Expert Witness Testimony: The Difference Between Testing Scientific Principles and Determining Cause
. . . to establish certain scientific principles: (1) to determine whether or not the propane hose can deteriorate sufficiently to leak when in contact with the grease tray during grill operation; (2) to determine if propane leaking from the deteriorated hose can be ignited by the operating burner; (3) to determine if a propane hose fire in the cabinet can be sustained after the burner controls are turned off; (4) to determine if a propane hose fire in the cabinet is readily detectable from outside the grill with the grill lid open and the cabinet door closed; (5) to document the operating characteristics of the grill’s propane distributing system; (6) to determine the consumption rate of the propane hose as a result of the ignited leak.
Bicknese also performed a subsequent round of testing, after which he reported that “the second test continued to support his theory that the fire was the result of the deterioration of the rubber propane hose caused by contact with the heated grease tray.”
Failure to warn claims are commonplace in products liability litigation. In an era of increasing frivolity, plaintiffs often attempt to expand the extent to which a manufacturer must warn of potential injury. Recently, with a new law suit, a North Dakota woman is testing the outer limits of a manufacturer’s duty to warn after severing her fingers in a commercial-grade meat grinder.
After recalling more than 11 million dangerous cribs over the last three years, the U.S. Consumer Product Safety Commission (“CPSC“) recently approved, effective June 2011, new mandatory safety standards for baby cribs and issued a ban on the manufacture and sale of cribs with drop-down sides. Childcare facilities and hotels have 24 months from the publication of the rule to institute compliant cribs into their facilities. Reports of at least 32 infant strangulation and suffocation deaths since 2000 associated with drop-side cribs prompted the CPSC’s decision.
At the time of her injury in 2004, the plaintiff was working as a physical therapist in Buffalo, New York. She reportedly was performing shoulder stretches and had one hand placed on top of a leg extension machine. As she stretched back with her shoulder and arm, the 500-pound machine fell on her, breaking two vertebrae and compressing her spinal cord.
The plaintiff alleged in her suit that Cybex sold a defectively designed, unstable product, and that it failed to provide adequate warnings and instructions in that it issued conflicting instructions regarding the machine’s installation and anchoring requirements. The jury also reportedly concluded that Cybex failed to provide notice or warning of the tip-over hazard after having received notice of other injuries on similar Cybex machines.
Cybex plans to appeal the recent verdict, which the Boston Herald reports will, if it stands, likely bankrupt the small company. It cites to a recent report of an analyst who concluded that Cybex’s earnings would not cover its operating expenses and the estimated $45 million it would need to borrow to cover the judgment. Cybex Chairman and CEO reportedly said of the outcome: “We strongly believe that Cybex was not negligent and was in no way responsible for this tragic accident. We will vigorously pursue all avenues to attain a reversal of this verdict.” Shares of the company’s stock plummeted 37 percent after its announcement of the verdict.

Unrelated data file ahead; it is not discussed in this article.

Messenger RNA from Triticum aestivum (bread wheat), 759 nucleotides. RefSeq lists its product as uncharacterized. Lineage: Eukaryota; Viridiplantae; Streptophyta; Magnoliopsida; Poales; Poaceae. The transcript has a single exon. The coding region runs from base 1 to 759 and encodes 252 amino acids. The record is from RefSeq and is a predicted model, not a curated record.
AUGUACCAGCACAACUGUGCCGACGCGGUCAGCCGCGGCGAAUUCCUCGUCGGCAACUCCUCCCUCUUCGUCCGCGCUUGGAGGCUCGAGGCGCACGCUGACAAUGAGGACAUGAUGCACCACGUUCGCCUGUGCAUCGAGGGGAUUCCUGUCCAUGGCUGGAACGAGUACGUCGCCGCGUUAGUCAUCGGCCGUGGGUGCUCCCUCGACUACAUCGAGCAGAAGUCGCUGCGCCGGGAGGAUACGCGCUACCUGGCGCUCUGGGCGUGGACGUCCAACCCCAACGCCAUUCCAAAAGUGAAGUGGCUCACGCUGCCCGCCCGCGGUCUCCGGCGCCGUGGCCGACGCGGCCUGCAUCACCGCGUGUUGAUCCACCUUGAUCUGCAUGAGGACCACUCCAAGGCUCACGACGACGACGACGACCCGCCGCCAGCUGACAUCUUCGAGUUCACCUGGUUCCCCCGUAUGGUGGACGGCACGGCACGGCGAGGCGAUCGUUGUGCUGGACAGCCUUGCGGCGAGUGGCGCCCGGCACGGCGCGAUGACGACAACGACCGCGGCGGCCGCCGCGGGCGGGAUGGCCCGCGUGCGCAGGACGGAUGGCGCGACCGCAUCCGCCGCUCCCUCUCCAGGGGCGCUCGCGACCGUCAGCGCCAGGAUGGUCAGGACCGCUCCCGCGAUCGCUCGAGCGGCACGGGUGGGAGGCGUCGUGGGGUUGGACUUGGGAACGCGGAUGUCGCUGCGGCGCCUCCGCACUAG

Apparently not. In fact, there are so many people who have had this happen that some smart plaintiff’s lawyer filed a putative class action for them, perhaps hoping to get new $2,000 TVs for everyone. Or at least new $1.99 wrist straps.
On the implied warranty of merchantability, the court cited the lack of evidence that would indicate what the intended purpose of the strap was. One might plausibly assume, as plaintiff did, that the strap was intended to prevent a controller, inadvertently released by the player during vigorous activity, from hurling towards the player’s television (or towards another player) and causing damage. But equally, one might assume that the strap was simply intended to keep an inadvertently released controller in the vicinity of the player so that it could be easily retrieved and was was never intended to withstand the forces of high-speed controller release.
Honestly, we really hate siding with plaintiffs, especially when they’re running around filing lawsuits based on their own lack of common sense (“If I release this controller in the process of it swinging toward my TV . . . .). But to surmise that the wrist strap is designed to do anything but keep the controller strapped to your wrist is a bit of a stretch.
In the 1960s and 1970s, the Ford Pinto was dubbed “the barbecue that seats four.” The gas tank, located in an unfortunate location in the back of the car, had an even more unfortunate habit of rupturing, and exploding, if the car was rear ended.